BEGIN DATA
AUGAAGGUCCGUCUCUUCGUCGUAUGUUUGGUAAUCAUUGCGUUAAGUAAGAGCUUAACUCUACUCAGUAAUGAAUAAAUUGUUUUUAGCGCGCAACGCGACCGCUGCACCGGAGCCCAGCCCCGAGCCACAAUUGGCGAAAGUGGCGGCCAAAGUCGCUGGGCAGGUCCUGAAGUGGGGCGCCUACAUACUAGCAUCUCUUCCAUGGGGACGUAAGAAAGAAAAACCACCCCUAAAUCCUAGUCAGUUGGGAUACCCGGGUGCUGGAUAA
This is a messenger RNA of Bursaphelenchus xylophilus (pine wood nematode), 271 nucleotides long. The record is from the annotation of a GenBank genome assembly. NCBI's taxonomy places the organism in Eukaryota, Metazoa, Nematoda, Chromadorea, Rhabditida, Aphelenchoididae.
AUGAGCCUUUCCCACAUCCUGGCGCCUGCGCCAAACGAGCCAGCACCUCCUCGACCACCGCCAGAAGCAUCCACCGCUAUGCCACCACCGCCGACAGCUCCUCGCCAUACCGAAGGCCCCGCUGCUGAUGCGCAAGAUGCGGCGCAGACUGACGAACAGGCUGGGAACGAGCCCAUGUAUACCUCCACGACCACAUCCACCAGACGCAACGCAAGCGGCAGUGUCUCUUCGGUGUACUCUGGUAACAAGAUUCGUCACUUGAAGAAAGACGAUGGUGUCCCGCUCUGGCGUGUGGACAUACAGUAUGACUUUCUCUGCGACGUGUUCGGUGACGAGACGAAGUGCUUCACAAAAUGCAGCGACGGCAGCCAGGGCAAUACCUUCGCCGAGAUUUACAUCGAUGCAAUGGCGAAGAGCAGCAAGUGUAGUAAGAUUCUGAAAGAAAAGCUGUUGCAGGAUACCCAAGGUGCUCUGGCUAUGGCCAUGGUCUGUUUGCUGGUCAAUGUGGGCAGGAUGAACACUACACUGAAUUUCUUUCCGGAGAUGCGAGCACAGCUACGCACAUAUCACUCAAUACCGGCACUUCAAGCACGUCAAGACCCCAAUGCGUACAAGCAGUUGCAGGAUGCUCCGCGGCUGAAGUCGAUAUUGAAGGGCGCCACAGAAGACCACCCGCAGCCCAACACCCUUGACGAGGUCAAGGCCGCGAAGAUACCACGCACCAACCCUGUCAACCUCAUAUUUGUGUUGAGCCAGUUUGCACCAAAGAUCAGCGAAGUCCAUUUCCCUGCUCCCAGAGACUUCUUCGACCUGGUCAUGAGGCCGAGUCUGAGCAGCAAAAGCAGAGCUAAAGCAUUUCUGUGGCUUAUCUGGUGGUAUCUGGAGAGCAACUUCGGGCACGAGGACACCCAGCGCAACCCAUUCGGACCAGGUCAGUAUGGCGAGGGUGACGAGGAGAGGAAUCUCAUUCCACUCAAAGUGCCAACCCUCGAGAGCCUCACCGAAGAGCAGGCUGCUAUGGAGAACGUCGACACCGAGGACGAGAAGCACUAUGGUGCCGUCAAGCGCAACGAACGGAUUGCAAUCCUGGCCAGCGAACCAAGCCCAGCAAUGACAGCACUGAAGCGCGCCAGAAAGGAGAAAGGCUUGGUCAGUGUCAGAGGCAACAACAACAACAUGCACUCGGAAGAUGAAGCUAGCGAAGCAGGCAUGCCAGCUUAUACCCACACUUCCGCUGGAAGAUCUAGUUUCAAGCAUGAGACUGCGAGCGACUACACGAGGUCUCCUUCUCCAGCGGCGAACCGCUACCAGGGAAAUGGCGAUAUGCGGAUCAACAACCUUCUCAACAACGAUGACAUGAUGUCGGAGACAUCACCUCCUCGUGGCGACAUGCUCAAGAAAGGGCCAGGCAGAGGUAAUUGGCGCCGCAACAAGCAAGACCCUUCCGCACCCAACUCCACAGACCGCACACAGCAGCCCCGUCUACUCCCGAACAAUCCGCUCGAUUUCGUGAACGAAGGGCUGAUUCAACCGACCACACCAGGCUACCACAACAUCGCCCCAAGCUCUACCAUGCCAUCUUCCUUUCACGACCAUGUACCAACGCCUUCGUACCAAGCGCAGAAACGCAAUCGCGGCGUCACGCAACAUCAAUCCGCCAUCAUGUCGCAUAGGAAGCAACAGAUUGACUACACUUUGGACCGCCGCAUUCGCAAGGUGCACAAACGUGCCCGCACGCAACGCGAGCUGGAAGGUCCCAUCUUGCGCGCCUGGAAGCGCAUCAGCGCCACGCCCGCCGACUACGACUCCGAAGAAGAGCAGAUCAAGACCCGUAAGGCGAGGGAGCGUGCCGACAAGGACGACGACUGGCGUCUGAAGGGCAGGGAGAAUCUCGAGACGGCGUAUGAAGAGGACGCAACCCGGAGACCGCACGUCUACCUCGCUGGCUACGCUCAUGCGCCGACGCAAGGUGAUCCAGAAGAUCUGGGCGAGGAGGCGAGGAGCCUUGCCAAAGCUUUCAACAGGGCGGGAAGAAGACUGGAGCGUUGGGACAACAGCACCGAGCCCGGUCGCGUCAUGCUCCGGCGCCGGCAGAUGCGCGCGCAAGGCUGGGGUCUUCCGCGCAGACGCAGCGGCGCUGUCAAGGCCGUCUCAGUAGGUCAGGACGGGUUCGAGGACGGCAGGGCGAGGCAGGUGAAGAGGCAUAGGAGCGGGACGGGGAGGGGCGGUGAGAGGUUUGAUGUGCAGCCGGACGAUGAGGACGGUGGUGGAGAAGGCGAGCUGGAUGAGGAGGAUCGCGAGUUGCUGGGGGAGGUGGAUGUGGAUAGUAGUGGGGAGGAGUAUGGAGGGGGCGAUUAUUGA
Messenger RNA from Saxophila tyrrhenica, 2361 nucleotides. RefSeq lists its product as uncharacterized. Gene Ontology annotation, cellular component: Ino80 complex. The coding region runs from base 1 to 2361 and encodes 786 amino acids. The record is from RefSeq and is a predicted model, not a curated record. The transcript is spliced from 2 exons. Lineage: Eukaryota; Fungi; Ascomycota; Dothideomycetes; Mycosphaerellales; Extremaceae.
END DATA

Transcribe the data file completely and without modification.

AUGAAGGUCCGUCUCUUCGUCGUAUGUUUGGUAAUCAUUGCGUUAAGUAAGAGCUUAACUCUACUCAGUAAUGAAUAAAUUGUUUUUAGCGCGCAACGCGACCGCUGCACCGGAGCCCAGCCCCGAGCCACAAUUGGCGAAAGUGGCGGCCAAAGUCGCUGGGCAGGUCCUGAAGUGGGGCGCCUACAUACUAGCAUCUCUUCCAUGGGGACGUAAGAAAGAAAAACCACCCCUAAAUCCUAGUCAGUUGGGAUACCCGGGUGCUGGAUAA
This is a messenger RNA of Bursaphelenchus xylophilus (pine wood nematode), 271 nucleotides long. The record is from the annotation of a GenBank genome assembly. NCBI's taxonomy places the organism in Eukaryota, Metazoa, Nematoda, Chromadorea, Rhabditida, Aphelenchoididae.
AUGAGCCUUUCCCACAUCCUGGCGCCUGCGCCAAACGAGCCAGCACCUCCUCGACCACCGCCAGAAGCAUCCACCGCUAUGCCACCACCGCCGACAGCUCCUCGCCAUACCGAAGGCCCCGCUGCUGAUGCGCAAGAUGCGGCGCAGACUGACGAACAGGCUGGGAACGAGCCCAUGUAUACCUCCACGACCACAUCCACCAGACGCAACGCAAGCGGCAGUGUCUCUUCGGUGUACUCUGGUAACAAGAUUCGUCACUUGAAGAAAGACGAUGGUGUCCCGCUCUGGCGUGUGGACAUACAGUAUGACUUUCUCUGCGACGUGUUCGGUGACGAGACGAAGUGCUUCACAAAAUGCAGCGACGGCAGCCAGGGCAAUACCUUCGCCGAGAUUUACAUCGAUGCAAUGGCGAAGAGCAGCAAGUGUAGUAAGAUUCUGAAAGAAAAGCUGUUGCAGGAUACCCAAGGUGCUCUGGCUAUGGCCAUGGUCUGUUUGCUGGUCAAUGUGGGCAGGAUGAACACUACACUGAAUUUCUUUCCGGAGAUGCGAGCACAGCUACGCACAUAUCACUCAAUACCGGCACUUCAAGCACGUCAAGACCCCAAUGCGUACAAGCAGUUGCAGGAUGCUCCGCGGCUGAAGUCGAUAUUGAAGGGCGCCACAGAAGACCACCCGCAGCCCAACACCCUUGACGAGGUCAAGGCCGCGAAGAUACCACGCACCAACCCUGUCAACCUCAUAUUUGUGUUGAGCCAGUUUGCACCAAAGAUCAGCGAAGUCCAUUUCCCUGCUCCCAGAGACUUCUUCGACCUGGUCAUGAGGCCGAGUCUGAGCAGCAAAAGCAGAGCUAAAGCAUUUCUGUGGCUUAUCUGGUGGUAUCUGGAGAGCAACUUCGGGCACGAGGACACCCAGCGCAACCCAUUCGGACCAGGUCAGUAUGGCGAGGGUGACGAGGAGAGGAAUCUCAUUCCACUCAAAGUGCCAACCCUCGAGAGCCUCACCGAAGAGCAGGCUGCUAUGGAGAACGUCGACACCGAGGACGAGAAGCACUAUGGUGCCGUCAAGCGCAACGAACGGAUUGCAAUCCUGGCCAGCGAACCAAGCCCAGCAAUGACAGCACUGAAGCGCGCCAGAAAGGAGAAAGGCUUGGUCAGUGUCAGAGGCAACAACAACAACAUGCACUCGGAAGAUGAAGCUAGCGAAGCAGGCAUGCCAGCUUAUACCCACACUUCCGCUGGAAGAUCUAGUUUCAAGCAUGAGACUGCGAGCGACUACACGAGGUCUCCUUCUCCAGCGGCGAACCGCUACCAGGGAAAUGGCGAUAUGCGGAUCAACAACCUUCUCAACAACGAUGACAUGAUGUCGGAGACAUCACCUCCUCGUGGCGACAUGCUCAAGAAAGGGCCAGGCAGAGGUAAUUGGCGCCGCAACAAGCAAGACCCUUCCGCACCCAACUCCACAGACCGCACACAGCAGCCCCGUCUACUCCCGAACAAUCCGCUCGAUUUCGUGAACGAAGGGCUGAUUCAACCGACCACACCAGGCUACCACAACAUCGCCCCAAGCUCUACCAUGCCAUCUUCCUUUCACGACCAUGUACCAACGCCUUCGUACCAAGCGCAGAAACGCAAUCGCGGCGUCACGCAACAUCAAUCCGCCAUCAUGUCGCAUAGGAAGCAACAGAUUGACUACACUUUGGACCGCCGCAUUCGCAAGGUGCACAAACGUGCCCGCACGCAACGCGAGCUGGAAGGUCCCAUCUUGCGCGCCUGGAAGCGCAUCAGCGCCACGCCCGCCGACUACGACUCCGAAGAAGAGCAGAUCAAGACCCGUAAGGCGAGGGAGCGUGCCGACAAGGACGACGACUGGCGUCUGAAGGGCAGGGAGAAUCUCGAGACGGCGUAUGAAGAGGACGCAACCCGGAGACCGCACGUCUACCUCGCUGGCUACGCUCAUGCGCCGACGCAAGGUGAUCCAGAAGAUCUGGGCGAGGAGGCGAGGAGCCUUGCCAAAGCUUUCAACAGGGCGGGAAGAAGACUGGAGCGUUGGGACAACAGCACCGAGCCCGGUCGCGUCAUGCUCCGGCGCCGGCAGAUGCGCGCGCAAGGCUGGGGUCUUCCGCGCAGACGCAGCGGCGCUGUCAAGGCCGUCUCAGUAGGUCAGGACGGGUUCGAGGACGGCAGGGCGAGGCAGGUGAAGAGGCAUAGGAGCGGGACGGGGAGGGGCGGUGAGAGGUUUGAUGUGCAGCCGGACGAUGAGGACGGUGGUGGAGAAGGCGAGCUGGAUGAGGAGGAUCGCGAGUUGCUGGGGGAGGUGGAUGUGGAUAGUAGUGGGGAGGAGUAUGGAGGGGGCGAUUAUUGA
Messenger RNA from Saxophila tyrrhenica, 2361 nucleotides. RefSeq lists its product as uncharacterized. Gene Ontology annotation, cellular component: Ino80 complex. The coding region runs from base 1 to 2361 and encodes 786 amino acids. The record is from RefSeq and is a predicted model, not a curated record. The transcript is spliced from 2 exons. Lineage: Eukaryota; Fungi; Ascomycota; Dothideomycetes; Mycosphaerellales; Extremaceae.